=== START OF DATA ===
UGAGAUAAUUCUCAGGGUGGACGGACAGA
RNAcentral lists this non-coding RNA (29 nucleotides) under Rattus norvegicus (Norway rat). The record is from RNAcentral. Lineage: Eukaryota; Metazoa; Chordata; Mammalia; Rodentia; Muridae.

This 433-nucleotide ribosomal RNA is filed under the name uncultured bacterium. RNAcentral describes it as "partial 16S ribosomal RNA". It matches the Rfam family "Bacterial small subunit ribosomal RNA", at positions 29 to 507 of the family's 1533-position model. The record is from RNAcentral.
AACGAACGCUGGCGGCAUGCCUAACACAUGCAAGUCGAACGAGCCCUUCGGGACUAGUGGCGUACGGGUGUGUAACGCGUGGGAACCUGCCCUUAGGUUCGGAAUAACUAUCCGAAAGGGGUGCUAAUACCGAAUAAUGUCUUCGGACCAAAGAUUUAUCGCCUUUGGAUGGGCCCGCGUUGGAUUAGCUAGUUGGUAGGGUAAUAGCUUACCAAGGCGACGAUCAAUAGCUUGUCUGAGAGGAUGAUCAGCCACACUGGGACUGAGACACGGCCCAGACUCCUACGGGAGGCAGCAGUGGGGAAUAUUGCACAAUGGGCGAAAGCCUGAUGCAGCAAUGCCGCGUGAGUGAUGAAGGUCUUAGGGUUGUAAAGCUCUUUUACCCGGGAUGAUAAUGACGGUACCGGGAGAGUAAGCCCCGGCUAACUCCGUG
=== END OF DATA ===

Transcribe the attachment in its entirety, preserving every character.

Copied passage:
UGAGAUAAUUCUCAGGGUGGACGGACAGA
RNAcentral lists this non-coding RNA (29 nucleotides) under Rattus norvegicus (Norway rat). The record is from RNAcentral. Lineage: Eukaryota; Metazoa; Chordata; Mammalia; Rodentia; Muridae.

This 433-nucleotide ribosomal RNA is filed under the name uncultured bacterium. RNAcentral describes it as "partial 16S ribosomal RNA". It matches the Rfam family "Bacterial small subunit ribosomal RNA", at positions 29 to 507 of the family's 1533-position model. The record is from RNAcentral.
AACGAACGCUGGCGGCAUGCCUAACACAUGCAAGUCGAACGAGCCCUUCGGGACUAGUGGCGUACGGGUGUGUAACGCGUGGGAACCUGCCCUUAGGUUCGGAAUAACUAUCCGAAAGGGGUGCUAAUACCGAAUAAUGUCUUCGGACCAAAGAUUUAUCGCCUUUGGAUGGGCCCGCGUUGGAUUAGCUAGUUGGUAGGGUAAUAGCUUACCAAGGCGACGAUCAAUAGCUUGUCUGAGAGGAUGAUCAGCCACACUGGGACUGAGACACGGCCCAGACUCCUACGGGAGGCAGCAGUGGGGAAUAUUGCACAAUGGGCGAAAGCCUGAUGCAGCAAUGCCGCGUGAGUGAUGAAGGUCUUAGGGUUGUAAAGCUCUUUUACCCGGGAUGAUAAUGACGGUACCGGGAGAGUAAGCCCCGGCUAACUCCGUG